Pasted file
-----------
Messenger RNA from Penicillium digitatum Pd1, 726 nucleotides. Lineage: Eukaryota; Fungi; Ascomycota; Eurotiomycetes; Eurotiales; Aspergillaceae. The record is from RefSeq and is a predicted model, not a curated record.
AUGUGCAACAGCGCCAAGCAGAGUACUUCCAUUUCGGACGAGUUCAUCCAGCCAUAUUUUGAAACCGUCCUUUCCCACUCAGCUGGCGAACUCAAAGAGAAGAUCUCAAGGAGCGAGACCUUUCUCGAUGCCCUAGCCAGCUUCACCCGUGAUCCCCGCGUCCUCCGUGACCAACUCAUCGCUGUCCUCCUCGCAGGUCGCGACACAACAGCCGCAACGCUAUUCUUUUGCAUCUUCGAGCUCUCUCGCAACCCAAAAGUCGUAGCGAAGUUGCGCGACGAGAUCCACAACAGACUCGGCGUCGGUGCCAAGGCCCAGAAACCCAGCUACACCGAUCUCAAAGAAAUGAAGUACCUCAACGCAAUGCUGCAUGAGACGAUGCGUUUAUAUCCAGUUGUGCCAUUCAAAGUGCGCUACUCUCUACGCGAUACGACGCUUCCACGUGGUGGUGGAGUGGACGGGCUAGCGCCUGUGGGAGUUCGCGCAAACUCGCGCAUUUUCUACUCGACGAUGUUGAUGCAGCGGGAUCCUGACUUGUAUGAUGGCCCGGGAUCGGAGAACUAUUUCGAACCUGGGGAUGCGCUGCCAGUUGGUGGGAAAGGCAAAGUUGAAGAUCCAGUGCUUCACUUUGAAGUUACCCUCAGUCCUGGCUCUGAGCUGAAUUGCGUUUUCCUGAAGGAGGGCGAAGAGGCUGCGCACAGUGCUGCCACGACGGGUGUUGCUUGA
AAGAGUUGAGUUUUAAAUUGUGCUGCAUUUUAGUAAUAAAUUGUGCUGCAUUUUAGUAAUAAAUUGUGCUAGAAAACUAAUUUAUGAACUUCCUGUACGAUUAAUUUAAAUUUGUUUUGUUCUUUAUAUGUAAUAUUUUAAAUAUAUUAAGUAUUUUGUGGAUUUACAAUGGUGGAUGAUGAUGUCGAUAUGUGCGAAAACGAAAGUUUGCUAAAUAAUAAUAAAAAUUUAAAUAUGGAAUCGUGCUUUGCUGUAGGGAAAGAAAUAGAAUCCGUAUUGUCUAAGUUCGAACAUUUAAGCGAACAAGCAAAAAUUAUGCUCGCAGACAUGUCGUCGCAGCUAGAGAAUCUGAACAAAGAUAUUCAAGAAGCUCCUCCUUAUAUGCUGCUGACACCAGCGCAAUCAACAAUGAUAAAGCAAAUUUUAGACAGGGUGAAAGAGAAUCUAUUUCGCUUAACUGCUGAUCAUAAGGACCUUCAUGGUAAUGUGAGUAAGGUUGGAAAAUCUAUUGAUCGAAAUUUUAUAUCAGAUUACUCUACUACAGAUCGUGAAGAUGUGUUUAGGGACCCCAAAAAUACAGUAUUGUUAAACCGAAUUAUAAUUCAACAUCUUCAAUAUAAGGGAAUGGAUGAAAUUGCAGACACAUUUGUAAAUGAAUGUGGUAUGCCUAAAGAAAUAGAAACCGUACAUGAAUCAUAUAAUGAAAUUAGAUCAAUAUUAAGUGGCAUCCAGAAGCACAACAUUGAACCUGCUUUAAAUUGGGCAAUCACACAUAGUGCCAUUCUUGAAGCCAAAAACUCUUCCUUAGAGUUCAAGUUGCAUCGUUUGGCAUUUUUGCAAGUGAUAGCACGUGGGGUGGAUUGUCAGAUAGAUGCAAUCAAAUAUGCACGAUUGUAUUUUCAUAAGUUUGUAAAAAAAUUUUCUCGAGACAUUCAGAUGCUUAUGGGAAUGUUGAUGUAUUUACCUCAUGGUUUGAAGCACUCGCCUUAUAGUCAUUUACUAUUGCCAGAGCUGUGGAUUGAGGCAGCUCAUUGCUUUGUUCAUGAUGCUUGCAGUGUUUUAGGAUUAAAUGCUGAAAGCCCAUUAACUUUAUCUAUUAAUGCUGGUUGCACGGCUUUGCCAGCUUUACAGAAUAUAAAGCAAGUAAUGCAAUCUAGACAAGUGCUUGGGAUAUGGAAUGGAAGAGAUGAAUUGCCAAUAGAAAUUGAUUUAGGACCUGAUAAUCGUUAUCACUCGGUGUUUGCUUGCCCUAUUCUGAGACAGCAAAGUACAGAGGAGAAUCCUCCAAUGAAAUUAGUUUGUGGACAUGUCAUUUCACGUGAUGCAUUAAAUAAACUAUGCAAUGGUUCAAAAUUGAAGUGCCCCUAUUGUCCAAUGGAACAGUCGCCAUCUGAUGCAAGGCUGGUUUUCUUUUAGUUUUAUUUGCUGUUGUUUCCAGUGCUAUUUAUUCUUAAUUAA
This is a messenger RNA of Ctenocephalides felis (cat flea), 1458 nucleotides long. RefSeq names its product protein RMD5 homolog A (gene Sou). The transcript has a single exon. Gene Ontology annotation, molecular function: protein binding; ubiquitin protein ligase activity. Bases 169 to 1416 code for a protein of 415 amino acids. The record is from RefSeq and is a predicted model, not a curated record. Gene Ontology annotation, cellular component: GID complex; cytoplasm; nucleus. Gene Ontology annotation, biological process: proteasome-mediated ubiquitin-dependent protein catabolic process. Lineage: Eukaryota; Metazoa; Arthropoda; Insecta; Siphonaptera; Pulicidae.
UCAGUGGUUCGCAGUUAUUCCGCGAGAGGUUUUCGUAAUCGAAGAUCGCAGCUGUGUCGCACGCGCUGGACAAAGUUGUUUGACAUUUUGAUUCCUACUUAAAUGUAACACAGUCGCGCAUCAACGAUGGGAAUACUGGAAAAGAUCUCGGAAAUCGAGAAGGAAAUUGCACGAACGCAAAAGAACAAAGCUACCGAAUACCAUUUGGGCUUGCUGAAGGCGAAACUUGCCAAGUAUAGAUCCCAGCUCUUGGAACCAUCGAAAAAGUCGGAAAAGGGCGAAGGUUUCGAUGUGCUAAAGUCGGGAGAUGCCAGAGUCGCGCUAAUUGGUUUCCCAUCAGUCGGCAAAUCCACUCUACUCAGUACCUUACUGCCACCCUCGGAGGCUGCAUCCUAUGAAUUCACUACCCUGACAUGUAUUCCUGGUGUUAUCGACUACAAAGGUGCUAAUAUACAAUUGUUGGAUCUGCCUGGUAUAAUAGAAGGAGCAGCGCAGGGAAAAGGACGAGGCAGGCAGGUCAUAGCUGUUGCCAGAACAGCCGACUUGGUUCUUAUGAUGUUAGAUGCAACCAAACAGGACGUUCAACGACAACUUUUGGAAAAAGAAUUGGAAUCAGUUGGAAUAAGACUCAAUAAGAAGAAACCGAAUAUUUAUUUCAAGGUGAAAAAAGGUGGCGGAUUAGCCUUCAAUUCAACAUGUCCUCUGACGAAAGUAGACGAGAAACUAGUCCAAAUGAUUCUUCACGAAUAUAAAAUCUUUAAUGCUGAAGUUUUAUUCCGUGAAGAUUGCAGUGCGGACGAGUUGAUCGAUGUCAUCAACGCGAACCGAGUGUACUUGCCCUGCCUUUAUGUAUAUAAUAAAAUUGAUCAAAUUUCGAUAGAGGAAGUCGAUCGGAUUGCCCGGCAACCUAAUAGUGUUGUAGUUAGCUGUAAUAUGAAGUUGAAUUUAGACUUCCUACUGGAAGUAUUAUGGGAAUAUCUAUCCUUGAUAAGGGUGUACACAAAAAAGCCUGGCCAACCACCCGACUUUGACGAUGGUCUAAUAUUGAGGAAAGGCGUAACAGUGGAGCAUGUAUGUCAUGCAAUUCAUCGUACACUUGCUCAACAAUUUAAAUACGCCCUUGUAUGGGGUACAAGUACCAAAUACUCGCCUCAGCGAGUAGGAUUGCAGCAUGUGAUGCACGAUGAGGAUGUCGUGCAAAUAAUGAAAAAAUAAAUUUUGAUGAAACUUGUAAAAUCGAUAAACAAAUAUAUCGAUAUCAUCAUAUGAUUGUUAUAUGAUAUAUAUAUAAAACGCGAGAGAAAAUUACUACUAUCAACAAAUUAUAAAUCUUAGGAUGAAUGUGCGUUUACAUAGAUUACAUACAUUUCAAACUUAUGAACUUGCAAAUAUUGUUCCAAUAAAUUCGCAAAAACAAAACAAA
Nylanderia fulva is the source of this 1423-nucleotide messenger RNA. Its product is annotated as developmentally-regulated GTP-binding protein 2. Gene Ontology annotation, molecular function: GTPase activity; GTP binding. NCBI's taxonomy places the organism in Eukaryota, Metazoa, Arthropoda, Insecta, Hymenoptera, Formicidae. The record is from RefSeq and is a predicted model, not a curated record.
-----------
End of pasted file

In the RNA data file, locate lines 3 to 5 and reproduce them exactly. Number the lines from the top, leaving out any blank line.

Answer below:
AAGAGUUGAGUUUUAAAUUGUGCUGCAUUUUAGUAAUAAAUUGUGCUGCAUUUUAGUAAUAAAUUGUGCUAGAAAACUAAUUUAUGAACUUCCUGUACGAUUAAUUUAAAUUUGUUUUGUUCUUUAUAUGUAAUAUUUUAAAUAUAUUAAGUAUUUUGUGGAUUUACAAUGGUGGAUGAUGAUGUCGAUAUGUGCGAAAACGAAAGUUUGCUAAAUAAUAAUAAAAAUUUAAAUAUGGAAUCGUGCUUUGCUGUAGGGAAAGAAAUAGAAUCCGUAUUGUCUAAGUUCGAACAUUUAAGCGAACAAGCAAAAAUUAUGCUCGCAGACAUGUCGUCGCAGCUAGAGAAUCUGAACAAAGAUAUUCAAGAAGCUCCUCCUUAUAUGCUGCUGACACCAGCGCAAUCAACAAUGAUAAAGCAAAUUUUAGACAGGGUGAAAGAGAAUCUAUUUCGCUUAACUGCUGAUCAUAAGGACCUUCAUGGUAAUGUGAGUAAGGUUGGAAAAUCUAUUGAUCGAAAUUUUAUAUCAGAUUACUCUACUACAGAUCGUGAAGAUGUGUUUAGGGACCCCAAAAAUACAGUAUUGUUAAACCGAAUUAUAAUUCAACAUCUUCAAUAUAAGGGAAUGGAUGAAAUUGCAGACACAUUUGUAAAUGAAUGUGGUAUGCCUAAAGAAAUAGAAACCGUACAUGAAUCAUAUAAUGAAAUUAGAUCAAUAUUAAGUGGCAUCCAGAAGCACAACAUUGAACCUGCUUUAAAUUGGGCAAUCACACAUAGUGCCAUUCUUGAAGCCAAAAACUCUUCCUUAGAGUUCAAGUUGCAUCGUUUGGCAUUUUUGCAAGUGAUAGCACGUGGGGUGGAUUGUCAGAUAGAUGCAAUCAAAUAUGCACGAUUGUAUUUUCAUAAGUUUGUAAAAAAAUUUUCUCGAGACAUUCAGAUGCUUAUGGGAAUGUUGAUGUAUUUACCUCAUGGUUUGAAGCACUCGCCUUAUAGUCAUUUACUAUUGCCAGAGCUGUGGAUUGAGGCAGCUCAUUGCUUUGUUCAUGAUGCUUGCAGUGUUUUAGGAUUAAAUGCUGAAAGCCCAUUAACUUUAUCUAUUAAUGCUGGUUGCACGGCUUUGCCAGCUUUACAGAAUAUAAAGCAAGUAAUGCAAUCUAGACAAGUGCUUGGGAUAUGGAAUGGAAGAGAUGAAUUGCCAAUAGAAAUUGAUUUAGGACCUGAUAAUCGUUAUCACUCGGUGUUUGCUUGCCCUAUUCUGAGACAGCAAAGUACAGAGGAGAAUCCUCCAAUGAAAUUAGUUUGUGGACAUGUCAUUUCACGUGAUGCAUUAAAUAAACUAUGCAAUGGUUCAAAAUUGAAGUGCCCCUAUUGUCCAAUGGAACAGUCGCCAUCUGAUGCAAGGCUGGUUUUCUUUUAGUUUUAUUUGCUGUUGUUUCCAGUGCUAUUUAUUCUUAAUUAA
This is a messenger RNA of Ctenocephalides felis (cat flea), 1458 nucleotides long. RefSeq names its product protein RMD5 homolog A (gene Sou). The transcript has a single exon. Gene Ontology annotation, molecular function: protein binding; ubiquitin protein ligase activity. Bases 169 to 1416 code for a protein of 415 amino acids. The record is from RefSeq and is a predicted model, not a curated record. Gene Ontology annotation, cellular component: GID complex; cytoplasm; nucleus. Gene Ontology annotation, biological process: proteasome-mediated ubiquitin-dependent protein catabolic process. Lineage: Eukaryota; Metazoa; Arthropoda; Insecta; Siphonaptera; Pulicidae.
UCAGUGGUUCGCAGUUAUUCCGCGAGAGGUUUUCGUAAUCGAAGAUCGCAGCUGUGUCGCACGCGCUGGACAAAGUUGUUUGACAUUUUGAUUCCUACUUAAAUGUAACACAGUCGCGCAUCAACGAUGGGAAUACUGGAAAAGAUCUCGGAAAUCGAGAAGGAAAUUGCACGAACGCAAAAGAACAAAGCUACCGAAUACCAUUUGGGCUUGCUGAAGGCGAAACUUGCCAAGUAUAGAUCCCAGCUCUUGGAACCAUCGAAAAAGUCGGAAAAGGGCGAAGGUUUCGAUGUGCUAAAGUCGGGAGAUGCCAGAGUCGCGCUAAUUGGUUUCCCAUCAGUCGGCAAAUCCACUCUACUCAGUACCUUACUGCCACCCUCGGAGGCUGCAUCCUAUGAAUUCACUACCCUGACAUGUAUUCCUGGUGUUAUCGACUACAAAGGUGCUAAUAUACAAUUGUUGGAUCUGCCUGGUAUAAUAGAAGGAGCAGCGCAGGGAAAAGGACGAGGCAGGCAGGUCAUAGCUGUUGCCAGAACAGCCGACUUGGUUCUUAUGAUGUUAGAUGCAACCAAACAGGACGUUCAACGACAACUUUUGGAAAAAGAAUUGGAAUCAGUUGGAAUAAGACUCAAUAAGAAGAAACCGAAUAUUUAUUUCAAGGUGAAAAAAGGUGGCGGAUUAGCCUUCAAUUCAACAUGUCCUCUGACGAAAGUAGACGAGAAACUAGUCCAAAUGAUUCUUCACGAAUAUAAAAUCUUUAAUGCUGAAGUUUUAUUCCGUGAAGAUUGCAGUGCGGACGAGUUGAUCGAUGUCAUCAACGCGAACCGAGUGUACUUGCCCUGCCUUUAUGUAUAUAAUAAAAUUGAUCAAAUUUCGAUAGAGGAAGUCGAUCGGAUUGCCCGGCAACCUAAUAGUGUUGUAGUUAGCUGUAAUAUGAAGUUGAAUUUAGACUUCCUACUGGAAGUAUUAUGGGAAUAUCUAUCCUUGAUAAGGGUGUACACAAAAAAGCCUGGCCAACCACCCGACUUUGACGAUGGUCUAAUAUUGAGGAAAGGCGUAACAGUGGAGCAUGUAUGUCAUGCAAUUCAUCGUACACUUGCUCAACAAUUUAAAUACGCCCUUGUAUGGGGUACAAGUACCAAAUACUCGCCUCAGCGAGUAGGAUUGCAGCAUGUGAUGCACGAUGAGGAUGUCGUGCAAAUAAUGAAAAAAUAAAUUUUGAUGAAACUUGUAAAAUCGAUAAACAAAUAUAUCGAUAUCAUCAUAUGAUUGUUAUAUGAUAUAUAUAUAAAACGCGAGAGAAAAUUACUACUAUCAACAAAUUAUAAAUCUUAGGAUGAAUGUGCGUUUACAUAGAUUACAUACAUUUCAAACUUAUGAACUUGCAAAUAUUGUUCCAAUAAAUUCGCAAAAACAAAACAAA